A Vienna team has shown how to send encrypted data to a quantum computer. But a stable and powerful quantum computer remains a long way off.
Imagine, for a moment, that the promise of powerful, super-fast quantum computers has materialized. In the beginning at least, there will only be a few of them, housed in special facilities.
Users who want to harness their quantum capabilities will need to send data to a remote location, allow the computer to do its magic and send back the results. Quantum physicists have now shown that there's a way to do this that's absolutely securely - meaning the remote quantum computer will never understand the true data even while it is manipulating it.
Though other researchers have described the theory behind such a "blind quantum computing" protocol a few years ago, a group of scientists in Vienna have now become the first to demonstrate that this works. Their results were published last month in the journal, Science.
Classical vs. Quantum
"Here is our laser," explains Stephanie Barz, a doctoral student at the Vienna Center for Quantum Science and Technology, showing off their experimental quantum computer that uses photons to hold and manipulate data. "Then we have crystals, we have optical elements like wave plates, we have beam splitters, optical fibers."
It looks nothing like an ordinary computer, more like a pinball machine - dissected into a maze of crystal cubes and optical lenses.
Using this setup, Barz led a group of scientists to demonstrate the possibility of blind quantum computing, which is one more step on the road to full-fledged quantum computing. Given the technology available right now, scientists have only been able to build very basic quantum computers that are neither stable nor powerful.
Since the early 1980s, computer scientists have been working on quantum computers, which promise to dramatically increase the power of computational power by taking advantage of properties of quantum physics, which allow data to be encoded into far more states than normal binary logic allows.
All "classical" computers - including the one that you're reading this on - can be fundamentally reduced into a series of zeros and ones, where those values are the only possibilities. But in the quantum world, a "quantum bit," or qubit can be any number of values.
"Quantum mechanics is based on numbers called amplitudes, which can be positive or negative," explains Scott Aaronson, associate professor of electrical engineering and computer science at the Massachusetts Institute of Technology, in the United States.
Aaronson notes that the different ways in which an event could happen is each assigned a particular amplitude. Take the event of snow tomorrow: the actual probability that it snows tomorrow is simply a function of all the amplitudes for all the possible conditions under which it could snow tomorrow.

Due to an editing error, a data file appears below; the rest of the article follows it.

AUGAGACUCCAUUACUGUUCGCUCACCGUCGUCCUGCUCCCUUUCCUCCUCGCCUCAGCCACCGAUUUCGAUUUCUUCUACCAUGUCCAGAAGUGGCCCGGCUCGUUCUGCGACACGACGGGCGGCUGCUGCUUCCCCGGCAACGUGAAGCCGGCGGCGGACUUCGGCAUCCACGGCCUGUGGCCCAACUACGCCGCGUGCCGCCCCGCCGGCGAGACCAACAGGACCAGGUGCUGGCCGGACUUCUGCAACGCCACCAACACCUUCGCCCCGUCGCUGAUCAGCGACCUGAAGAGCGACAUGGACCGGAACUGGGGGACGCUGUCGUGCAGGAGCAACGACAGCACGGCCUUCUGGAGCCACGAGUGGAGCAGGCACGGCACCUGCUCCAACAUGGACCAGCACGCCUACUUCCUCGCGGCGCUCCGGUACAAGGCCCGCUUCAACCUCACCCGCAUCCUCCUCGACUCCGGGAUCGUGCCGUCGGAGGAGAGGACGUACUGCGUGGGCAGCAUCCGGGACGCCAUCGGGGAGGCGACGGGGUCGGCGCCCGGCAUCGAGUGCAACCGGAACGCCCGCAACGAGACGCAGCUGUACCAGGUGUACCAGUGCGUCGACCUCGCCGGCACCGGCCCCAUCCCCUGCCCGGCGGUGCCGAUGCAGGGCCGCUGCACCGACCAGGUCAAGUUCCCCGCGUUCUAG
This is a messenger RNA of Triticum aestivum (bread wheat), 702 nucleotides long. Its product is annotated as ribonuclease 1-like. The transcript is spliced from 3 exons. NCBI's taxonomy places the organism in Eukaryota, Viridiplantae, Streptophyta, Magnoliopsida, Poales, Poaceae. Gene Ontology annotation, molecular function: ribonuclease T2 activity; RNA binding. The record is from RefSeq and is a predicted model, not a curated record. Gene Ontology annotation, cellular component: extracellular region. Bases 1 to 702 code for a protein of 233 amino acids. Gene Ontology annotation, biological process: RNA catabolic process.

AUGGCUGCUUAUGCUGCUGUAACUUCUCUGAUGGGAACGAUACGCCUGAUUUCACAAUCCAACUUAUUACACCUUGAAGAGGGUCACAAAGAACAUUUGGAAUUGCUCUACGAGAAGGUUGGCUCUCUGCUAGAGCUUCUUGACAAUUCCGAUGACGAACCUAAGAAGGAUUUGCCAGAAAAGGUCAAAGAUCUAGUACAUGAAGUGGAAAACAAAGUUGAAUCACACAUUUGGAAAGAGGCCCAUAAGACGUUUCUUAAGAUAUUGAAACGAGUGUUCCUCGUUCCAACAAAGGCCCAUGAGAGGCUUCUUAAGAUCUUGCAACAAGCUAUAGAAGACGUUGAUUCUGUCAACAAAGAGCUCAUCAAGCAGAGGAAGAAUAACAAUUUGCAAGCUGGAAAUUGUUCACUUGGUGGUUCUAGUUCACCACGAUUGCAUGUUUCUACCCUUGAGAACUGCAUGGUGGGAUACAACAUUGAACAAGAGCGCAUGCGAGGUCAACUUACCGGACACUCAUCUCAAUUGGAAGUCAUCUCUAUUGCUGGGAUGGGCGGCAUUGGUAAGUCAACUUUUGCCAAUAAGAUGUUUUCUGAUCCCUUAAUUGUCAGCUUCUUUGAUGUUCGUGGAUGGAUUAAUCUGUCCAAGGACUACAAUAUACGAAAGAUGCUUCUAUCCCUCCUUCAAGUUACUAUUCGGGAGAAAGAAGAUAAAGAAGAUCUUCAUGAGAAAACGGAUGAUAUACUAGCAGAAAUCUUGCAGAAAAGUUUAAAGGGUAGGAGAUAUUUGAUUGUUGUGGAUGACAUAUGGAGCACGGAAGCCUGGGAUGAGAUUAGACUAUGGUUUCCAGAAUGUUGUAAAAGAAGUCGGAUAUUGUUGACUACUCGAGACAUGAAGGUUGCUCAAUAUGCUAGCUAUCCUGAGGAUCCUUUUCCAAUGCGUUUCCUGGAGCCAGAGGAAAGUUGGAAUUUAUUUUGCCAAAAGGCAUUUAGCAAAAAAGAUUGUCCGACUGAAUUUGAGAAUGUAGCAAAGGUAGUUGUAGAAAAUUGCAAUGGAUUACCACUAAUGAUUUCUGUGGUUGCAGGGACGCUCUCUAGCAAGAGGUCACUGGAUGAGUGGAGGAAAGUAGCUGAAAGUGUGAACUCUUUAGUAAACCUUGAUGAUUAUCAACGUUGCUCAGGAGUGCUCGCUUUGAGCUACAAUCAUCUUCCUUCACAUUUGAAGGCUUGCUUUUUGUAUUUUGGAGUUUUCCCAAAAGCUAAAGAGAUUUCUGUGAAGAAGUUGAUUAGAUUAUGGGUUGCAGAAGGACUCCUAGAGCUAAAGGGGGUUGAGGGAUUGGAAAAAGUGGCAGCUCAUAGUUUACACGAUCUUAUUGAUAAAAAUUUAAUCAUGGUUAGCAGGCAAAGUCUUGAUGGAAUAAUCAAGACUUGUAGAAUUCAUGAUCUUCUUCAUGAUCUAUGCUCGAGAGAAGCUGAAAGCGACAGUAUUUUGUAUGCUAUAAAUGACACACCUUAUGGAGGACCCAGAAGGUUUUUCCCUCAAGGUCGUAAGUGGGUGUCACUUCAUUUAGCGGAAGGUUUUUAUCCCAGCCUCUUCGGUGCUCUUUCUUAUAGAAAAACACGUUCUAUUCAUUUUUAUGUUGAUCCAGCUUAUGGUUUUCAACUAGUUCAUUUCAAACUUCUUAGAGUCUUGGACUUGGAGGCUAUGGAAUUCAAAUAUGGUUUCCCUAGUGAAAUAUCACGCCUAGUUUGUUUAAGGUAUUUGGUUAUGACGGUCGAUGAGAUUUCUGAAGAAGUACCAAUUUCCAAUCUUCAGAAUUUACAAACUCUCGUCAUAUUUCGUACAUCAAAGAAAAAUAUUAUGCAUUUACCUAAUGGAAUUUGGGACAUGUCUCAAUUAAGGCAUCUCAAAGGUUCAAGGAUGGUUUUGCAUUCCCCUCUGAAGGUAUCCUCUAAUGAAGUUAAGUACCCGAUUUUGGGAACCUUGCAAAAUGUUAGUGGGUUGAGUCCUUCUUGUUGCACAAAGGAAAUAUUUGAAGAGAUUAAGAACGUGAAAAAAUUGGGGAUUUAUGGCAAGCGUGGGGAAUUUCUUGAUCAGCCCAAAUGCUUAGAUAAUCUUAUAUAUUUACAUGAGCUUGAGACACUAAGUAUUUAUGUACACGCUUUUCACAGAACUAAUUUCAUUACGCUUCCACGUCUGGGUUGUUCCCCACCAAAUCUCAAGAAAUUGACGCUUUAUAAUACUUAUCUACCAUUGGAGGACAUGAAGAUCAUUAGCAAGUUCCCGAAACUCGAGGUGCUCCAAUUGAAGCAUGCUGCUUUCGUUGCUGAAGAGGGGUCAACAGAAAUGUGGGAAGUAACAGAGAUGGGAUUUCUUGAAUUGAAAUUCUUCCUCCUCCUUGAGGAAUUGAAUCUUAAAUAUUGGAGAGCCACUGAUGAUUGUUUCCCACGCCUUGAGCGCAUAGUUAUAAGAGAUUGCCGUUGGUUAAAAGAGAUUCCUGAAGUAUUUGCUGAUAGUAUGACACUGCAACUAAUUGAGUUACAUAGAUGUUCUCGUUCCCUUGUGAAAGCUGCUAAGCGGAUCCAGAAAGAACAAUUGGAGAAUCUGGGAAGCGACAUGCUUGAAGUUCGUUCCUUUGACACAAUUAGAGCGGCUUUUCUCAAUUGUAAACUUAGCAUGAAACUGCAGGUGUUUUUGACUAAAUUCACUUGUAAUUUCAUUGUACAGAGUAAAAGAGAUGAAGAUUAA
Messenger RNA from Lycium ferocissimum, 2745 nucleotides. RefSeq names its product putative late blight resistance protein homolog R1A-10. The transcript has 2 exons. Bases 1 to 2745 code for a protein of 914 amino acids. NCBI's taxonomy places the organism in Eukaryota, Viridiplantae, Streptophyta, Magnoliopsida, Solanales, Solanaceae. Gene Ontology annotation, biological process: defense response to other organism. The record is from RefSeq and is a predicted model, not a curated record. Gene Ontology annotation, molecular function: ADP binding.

"That's a very weird picture of the world," he says. "We're not born knowing that the world is this list of amplitudes. But once you swallow that, everything else can be explained in a few sentences."
"A classical bit would be the North and South pole of a sphere," he explains. "A quantum bit can take all points on the sphere as a state. So it's many, many states. And that's what makes a QC so much more powerful than a classical computer."
This is where Barz and her group come in - to imagine the future of quantum computing.
"So all these challenges in realizing quantum computers, this might lead to the conclusion that in the future only a few computing centers will be able to operate those devices," she says.
In other words, scientists will have to send their valuable data to a quantum computer on a remote server. Blind quantum computing is simply the absolutely secure way for users to do this.
The blind qubits are created using the configuration of crystals and optics . The remote quantum computer receives these qubits and a set of calculation instructions, but they are both encrypted such that the computer can perform the calculation without actually knows what kind of calculation it is performing.
"The server gets results like zeroes and ones, but for the server, these results appear totally random," Barz explains. "The client interprets the results and knows the output of the computation."
A popular misconception, however, is that quantum computers will be more powerful than ordinary computers in every respect.
"It is not a panacea that lets us solve every type of problem faster," he says. "But for certain specific problems like code-breaking applications or like quantum simulation, it really does offer the promise of a very dramatic type of speedup."
In other words, for sending e-mails or playing Angry Birds, we are probably better off on our normal computers.
Step by step
This particular demonstration of blind quantum computing used a total of four qubits, still very small. Barz's group is considering on a version that uses more qubits and is capable of more complex calculations.
But, to take a step back - a stable, powerful quantum computer doesn't yet exist, nor do we have any idea when it actually will.
Still, Aaronson says he's fairly impressed with the results coming out of Austria.
"The results of these sorts of experiments are never surprising once you know the theory. Yet actually doing the experiment takes a lot of craftsmanship," he says. "It's very hard to get quantum mechanics experiments to work right."
Author: Sruthi Pinnameneni, Vienna
Editor: Cyrus Farivar